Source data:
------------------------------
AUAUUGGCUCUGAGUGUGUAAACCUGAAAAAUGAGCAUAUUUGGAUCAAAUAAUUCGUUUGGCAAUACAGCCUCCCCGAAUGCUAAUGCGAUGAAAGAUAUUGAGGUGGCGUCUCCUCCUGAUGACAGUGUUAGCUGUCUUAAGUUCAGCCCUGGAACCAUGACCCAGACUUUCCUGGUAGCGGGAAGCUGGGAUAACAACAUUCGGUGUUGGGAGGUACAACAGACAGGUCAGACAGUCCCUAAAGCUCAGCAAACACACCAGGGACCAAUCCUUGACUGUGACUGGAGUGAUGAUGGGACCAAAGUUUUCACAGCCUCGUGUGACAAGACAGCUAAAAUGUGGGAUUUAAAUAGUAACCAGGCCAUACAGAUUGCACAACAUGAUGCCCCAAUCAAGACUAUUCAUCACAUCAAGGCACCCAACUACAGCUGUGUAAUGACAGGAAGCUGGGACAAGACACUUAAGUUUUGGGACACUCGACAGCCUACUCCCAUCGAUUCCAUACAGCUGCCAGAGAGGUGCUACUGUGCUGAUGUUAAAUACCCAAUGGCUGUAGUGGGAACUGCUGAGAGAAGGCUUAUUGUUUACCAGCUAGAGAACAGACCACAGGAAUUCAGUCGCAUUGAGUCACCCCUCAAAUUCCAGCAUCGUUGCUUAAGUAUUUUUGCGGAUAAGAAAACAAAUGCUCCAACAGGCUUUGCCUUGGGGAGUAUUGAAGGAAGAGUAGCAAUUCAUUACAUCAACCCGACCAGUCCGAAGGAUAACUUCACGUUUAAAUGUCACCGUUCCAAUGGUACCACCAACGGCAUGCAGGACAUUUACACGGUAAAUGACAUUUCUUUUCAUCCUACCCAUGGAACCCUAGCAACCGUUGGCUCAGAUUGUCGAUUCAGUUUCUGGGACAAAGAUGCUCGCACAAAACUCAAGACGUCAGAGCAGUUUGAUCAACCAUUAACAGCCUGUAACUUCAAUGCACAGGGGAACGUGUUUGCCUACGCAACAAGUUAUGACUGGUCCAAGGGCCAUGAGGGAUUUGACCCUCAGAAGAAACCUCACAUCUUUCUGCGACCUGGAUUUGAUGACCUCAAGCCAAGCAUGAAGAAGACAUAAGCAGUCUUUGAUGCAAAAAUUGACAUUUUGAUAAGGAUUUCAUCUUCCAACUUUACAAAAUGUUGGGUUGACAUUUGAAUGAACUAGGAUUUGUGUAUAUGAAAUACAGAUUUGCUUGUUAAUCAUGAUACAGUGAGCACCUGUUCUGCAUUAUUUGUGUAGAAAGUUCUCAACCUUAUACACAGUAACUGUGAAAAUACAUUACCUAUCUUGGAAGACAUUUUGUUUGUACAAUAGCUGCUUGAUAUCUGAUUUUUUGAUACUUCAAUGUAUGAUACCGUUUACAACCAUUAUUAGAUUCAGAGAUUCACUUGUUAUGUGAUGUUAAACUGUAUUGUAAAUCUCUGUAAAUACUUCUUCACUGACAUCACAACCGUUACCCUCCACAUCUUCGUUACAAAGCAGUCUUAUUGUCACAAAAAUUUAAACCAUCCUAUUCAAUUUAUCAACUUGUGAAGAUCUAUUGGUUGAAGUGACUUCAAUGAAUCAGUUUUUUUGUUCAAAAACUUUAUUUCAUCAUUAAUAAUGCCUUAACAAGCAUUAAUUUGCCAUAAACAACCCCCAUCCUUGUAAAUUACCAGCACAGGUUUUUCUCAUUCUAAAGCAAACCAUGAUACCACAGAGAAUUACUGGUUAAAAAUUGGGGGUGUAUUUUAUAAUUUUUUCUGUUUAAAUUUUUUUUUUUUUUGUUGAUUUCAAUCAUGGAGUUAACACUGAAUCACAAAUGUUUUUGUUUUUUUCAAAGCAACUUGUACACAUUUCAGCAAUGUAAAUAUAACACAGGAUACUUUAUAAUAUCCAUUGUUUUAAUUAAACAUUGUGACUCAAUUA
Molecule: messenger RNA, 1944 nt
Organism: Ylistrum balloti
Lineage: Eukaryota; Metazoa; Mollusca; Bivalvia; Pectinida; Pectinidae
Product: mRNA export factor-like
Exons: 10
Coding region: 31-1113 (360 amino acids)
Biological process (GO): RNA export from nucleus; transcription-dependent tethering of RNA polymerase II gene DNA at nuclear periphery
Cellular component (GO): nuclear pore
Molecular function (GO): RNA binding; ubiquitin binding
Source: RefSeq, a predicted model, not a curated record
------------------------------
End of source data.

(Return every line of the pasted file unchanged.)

AUAUUGGCUCUGAGUGUGUAAACCUGAAAAAUGAGCAUAUUUGGAUCAAAUAAUUCGUUUGGCAAUACAGCCUCCCCGAAUGCUAAUGCGAUGAAAGAUAUUGAGGUGGCGUCUCCUCCUGAUGACAGUGUUAGCUGUCUUAAGUUCAGCCCUGGAACCAUGACCCAGACUUUCCUGGUAGCGGGAAGCUGGGAUAACAACAUUCGGUGUUGGGAGGUACAACAGACAGGUCAGACAGUCCCUAAAGCUCAGCAAACACACCAGGGACCAAUCCUUGACUGUGACUGGAGUGAUGAUGGGACCAAAGUUUUCACAGCCUCGUGUGACAAGACAGCUAAAAUGUGGGAUUUAAAUAGUAACCAGGCCAUACAGAUUGCACAACAUGAUGCCCCAAUCAAGACUAUUCAUCACAUCAAGGCACCCAACUACAGCUGUGUAAUGACAGGAAGCUGGGACAAGACACUUAAGUUUUGGGACACUCGACAGCCUACUCCCAUCGAUUCCAUACAGCUGCCAGAGAGGUGCUACUGUGCUGAUGUUAAAUACCCAAUGGCUGUAGUGGGAACUGCUGAGAGAAGGCUUAUUGUUUACCAGCUAGAGAACAGACCACAGGAAUUCAGUCGCAUUGAGUCACCCCUCAAAUUCCAGCAUCGUUGCUUAAGUAUUUUUGCGGAUAAGAAAACAAAUGCUCCAACAGGCUUUGCCUUGGGGAGUAUUGAAGGAAGAGUAGCAAUUCAUUACAUCAACCCGACCAGUCCGAAGGAUAACUUCACGUUUAAAUGUCACCGUUCCAAUGGUACCACCAACGGCAUGCAGGACAUUUACACGGUAAAUGACAUUUCUUUUCAUCCUACCCAUGGAACCCUAGCAACCGUUGGCUCAGAUUGUCGAUUCAGUUUCUGGGACAAAGAUGCUCGCACAAAACUCAAGACGUCAGAGCAGUUUGAUCAACCAUUAACAGCCUGUAACUUCAAUGCACAGGGGAACGUGUUUGCCUACGCAACAAGUUAUGACUGGUCCAAGGGCCAUGAGGGAUUUGACCCUCAGAAGAAACCUCACAUCUUUCUGCGACCUGGAUUUGAUGACCUCAAGCCAAGCAUGAAGAAGACAUAAGCAGUCUUUGAUGCAAAAAUUGACAUUUUGAUAAGGAUUUCAUCUUCCAACUUUACAAAAUGUUGGGUUGACAUUUGAAUGAACUAGGAUUUGUGUAUAUGAAAUACAGAUUUGCUUGUUAAUCAUGAUACAGUGAGCACCUGUUCUGCAUUAUUUGUGUAGAAAGUUCUCAACCUUAUACACAGUAACUGUGAAAAUACAUUACCUAUCUUGGAAGACAUUUUGUUUGUACAAUAGCUGCUUGAUAUCUGAUUUUUUGAUACUUCAAUGUAUGAUACCGUUUACAACCAUUAUUAGAUUCAGAGAUUCACUUGUUAUGUGAUGUUAAACUGUAUUGUAAAUCUCUGUAAAUACUUCUUCACUGACAUCACAACCGUUACCCUCCACAUCUUCGUUACAAAGCAGUCUUAUUGUCACAAAAAUUUAAACCAUCCUAUUCAAUUUAUCAACUUGUGAAGAUCUAUUGGUUGAAGUGACUUCAAUGAAUCAGUUUUUUUGUUCAAAAACUUUAUUUCAUCAUUAAUAAUGCCUUAACAAGCAUUAAUUUGCCAUAAACAACCCCCAUCCUUGUAAAUUACCAGCACAGGUUUUUCUCAUUCUAAAGCAAACCAUGAUACCACAGAGAAUUACUGGUUAAAAAUUGGGGGUGUAUUUUAUAAUUUUUUCUGUUUAAAUUUUUUUUUUUUUUGUUGAUUUCAAUCAUGGAGUUAACACUGAAUCACAAAUGUUUUUGUUUUUUUCAAAGCAACUUGUACACAUUUCAGCAAUGUAAAUAUAACACAGGAUACUUUAUAAUAUCCAUUGUUUUAAUUAAACAUUGUGACUCAAUUA
Molecule: messenger RNA, 1944 nt
Organism: Ylistrum balloti
Lineage: Eukaryota; Metazoa; Mollusca; Bivalvia; Pectinida; Pectinidae
Product: mRNA export factor-like
Exons: 10
Coding region: 31-1113 (360 amino acids)
Biological process (GO): RNA export from nucleus; transcription-dependent tethering of RNA polymerase II gene DNA at nuclear periphery
Cellular component (GO): nuclear pore
Molecular function (GO): RNA binding; ubiquitin binding
Source: RefSeq, a predicted model, not a curated record